Other Voices

Your brain will help shed some weight gain

Pumpkin chiffon pie — a temptation that’s hard to overcome during the holidays.
Pumpkin chiffon pie — a temptation that’s hard to overcome during the holidays. TNS

Many people just accept the fact that they will probably gain weight during the holidays. After all, delicious food and drink are everywhere, from school and office parties to candy bowls on the coffee table.

Many are already planning their New Year’s resolutions to start yet another diet.

But substantial short-term weight gain followed by restrictive dieting could have dire long-term consequences.

Research has shown that people with frequent weight fluctuations are more apt to gain weight over time. In fact, habitual dieting is more likely to lead to long-term weight gain than weight loss.

As a researcher in nutritional sciences, I think most people are not aware of the potential for lasting effects of holiday weight gain.

We know a great deal about the intricate and redundant mechanisms in the brain that control eating behavior and body fat stores.

Our brains are incredibly good at keeping our body weight stable. This is one reason it’s so hard to keep the pounds off after a weight loss diet.

Brain signals kick in to increase hunger and lower metabolic rate in an effort to regain what the brain perceives to be our “optimal weight.” The good news is that the brain also works to decrease hunger and increase energy expenditure when we’ve gained weight.

Unfortunately, our bodies are much better at offsetting weight loss than weight gain. It is estimated that only an extra 11 calories a day will result in a pound of weight gain over a year.

The problem is that rapid weight gain, which often occurs during the holidays, can alter the ability of our brains to efficiently regulate the upper limit of body weight.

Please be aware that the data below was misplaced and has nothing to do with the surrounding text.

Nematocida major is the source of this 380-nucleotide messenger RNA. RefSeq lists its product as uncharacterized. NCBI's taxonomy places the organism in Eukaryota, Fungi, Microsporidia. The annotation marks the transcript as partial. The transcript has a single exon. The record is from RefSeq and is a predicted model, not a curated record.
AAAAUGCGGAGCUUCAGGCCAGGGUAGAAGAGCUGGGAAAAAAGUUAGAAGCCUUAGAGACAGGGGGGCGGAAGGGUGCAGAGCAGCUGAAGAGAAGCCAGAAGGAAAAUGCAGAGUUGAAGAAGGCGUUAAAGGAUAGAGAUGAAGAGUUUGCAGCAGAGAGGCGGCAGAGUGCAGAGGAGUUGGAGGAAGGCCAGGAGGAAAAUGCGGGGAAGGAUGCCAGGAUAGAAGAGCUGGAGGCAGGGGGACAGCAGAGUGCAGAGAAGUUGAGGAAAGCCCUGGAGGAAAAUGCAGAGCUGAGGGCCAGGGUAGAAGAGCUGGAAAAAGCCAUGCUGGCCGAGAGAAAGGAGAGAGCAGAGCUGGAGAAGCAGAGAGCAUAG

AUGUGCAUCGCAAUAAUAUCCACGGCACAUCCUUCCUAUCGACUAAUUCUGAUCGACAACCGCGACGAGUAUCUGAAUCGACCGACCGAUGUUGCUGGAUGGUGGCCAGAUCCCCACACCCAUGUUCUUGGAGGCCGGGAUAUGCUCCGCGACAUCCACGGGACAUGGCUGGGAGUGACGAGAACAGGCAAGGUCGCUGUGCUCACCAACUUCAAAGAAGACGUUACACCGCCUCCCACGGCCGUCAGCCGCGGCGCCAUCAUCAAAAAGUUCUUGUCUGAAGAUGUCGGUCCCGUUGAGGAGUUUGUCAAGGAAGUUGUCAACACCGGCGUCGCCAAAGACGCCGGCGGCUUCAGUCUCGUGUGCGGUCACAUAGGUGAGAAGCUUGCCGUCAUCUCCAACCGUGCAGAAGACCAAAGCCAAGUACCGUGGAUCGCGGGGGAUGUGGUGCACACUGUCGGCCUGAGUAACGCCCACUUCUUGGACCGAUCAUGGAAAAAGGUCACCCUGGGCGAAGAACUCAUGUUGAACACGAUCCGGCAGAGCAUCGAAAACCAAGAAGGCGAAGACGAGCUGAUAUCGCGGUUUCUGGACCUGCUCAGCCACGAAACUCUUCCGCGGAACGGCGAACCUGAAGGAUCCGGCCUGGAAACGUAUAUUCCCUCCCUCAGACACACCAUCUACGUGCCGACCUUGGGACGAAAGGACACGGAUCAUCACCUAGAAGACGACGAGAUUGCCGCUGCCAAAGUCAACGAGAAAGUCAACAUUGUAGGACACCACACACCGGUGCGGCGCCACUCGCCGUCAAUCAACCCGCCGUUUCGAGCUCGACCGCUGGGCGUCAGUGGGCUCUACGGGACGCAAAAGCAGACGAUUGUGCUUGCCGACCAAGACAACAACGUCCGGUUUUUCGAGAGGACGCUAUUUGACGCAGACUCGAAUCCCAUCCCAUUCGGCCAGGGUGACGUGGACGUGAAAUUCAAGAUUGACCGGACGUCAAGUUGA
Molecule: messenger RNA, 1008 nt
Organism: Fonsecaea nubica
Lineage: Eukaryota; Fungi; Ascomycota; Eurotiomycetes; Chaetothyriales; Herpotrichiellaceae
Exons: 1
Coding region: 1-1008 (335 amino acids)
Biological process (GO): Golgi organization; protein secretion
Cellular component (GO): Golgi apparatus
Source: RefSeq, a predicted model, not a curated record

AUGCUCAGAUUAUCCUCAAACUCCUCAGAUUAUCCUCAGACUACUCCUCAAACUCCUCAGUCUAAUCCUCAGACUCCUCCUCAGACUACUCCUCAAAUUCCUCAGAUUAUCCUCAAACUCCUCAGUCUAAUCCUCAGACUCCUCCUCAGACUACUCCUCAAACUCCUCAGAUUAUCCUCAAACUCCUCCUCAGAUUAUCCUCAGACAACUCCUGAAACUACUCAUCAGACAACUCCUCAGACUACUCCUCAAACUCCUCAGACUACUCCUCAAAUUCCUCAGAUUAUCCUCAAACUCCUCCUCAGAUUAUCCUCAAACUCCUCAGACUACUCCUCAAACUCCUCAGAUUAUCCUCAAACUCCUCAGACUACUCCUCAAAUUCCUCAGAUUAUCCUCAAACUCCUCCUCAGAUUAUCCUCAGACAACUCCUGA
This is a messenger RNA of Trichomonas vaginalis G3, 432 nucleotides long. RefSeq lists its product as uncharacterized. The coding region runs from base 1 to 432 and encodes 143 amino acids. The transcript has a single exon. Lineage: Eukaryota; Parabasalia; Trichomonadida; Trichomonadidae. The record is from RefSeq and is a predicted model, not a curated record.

Binge eating results in alterations in the brain that promote excessive intake of highly appetizing high-fat, sweetened food.

These brain alterations potentially influence sensitivity to the pleasurable feelings associated with food intake.

This means that holiday binge-eating may promote a vicious cycle of increased appetite and overeating throughout the year. And if you’re gone into this year’s holiday season without having lost all the weight you gained last year, you may be at an even further disadvantage.

So what should people do?

For starters, people need to understand that when we start that New Year’s diet, multiple pathways in our brains act to defend against weight loss in order to ensure that a minimal body weight is maintained, one that can support the maintenance of key organ systems.

When we lose weight, we feel hungry and fatigued, physical signals from our brains telling us to replenish the fat stores we’ve lost.

As we go through the holidays, people need to keep the goal of limiting the number of pounds gained during the holidays to a minimum. Many studies have indicated that daily exercise can also help to stabilize body weight and lean body mass.

Ultimately, all evidence supports the benefits of maintaining body weight and avoiding the rapid weight gain associated with holiday binge eating.

Not only will people be healthier in the long run, they will be happier in January when the inevitable diet season begins.

Molly Bray is a professor and the Susan T. Jastrow Chair for Excellence in Nutritional Sciences at The University of Texas at Austin.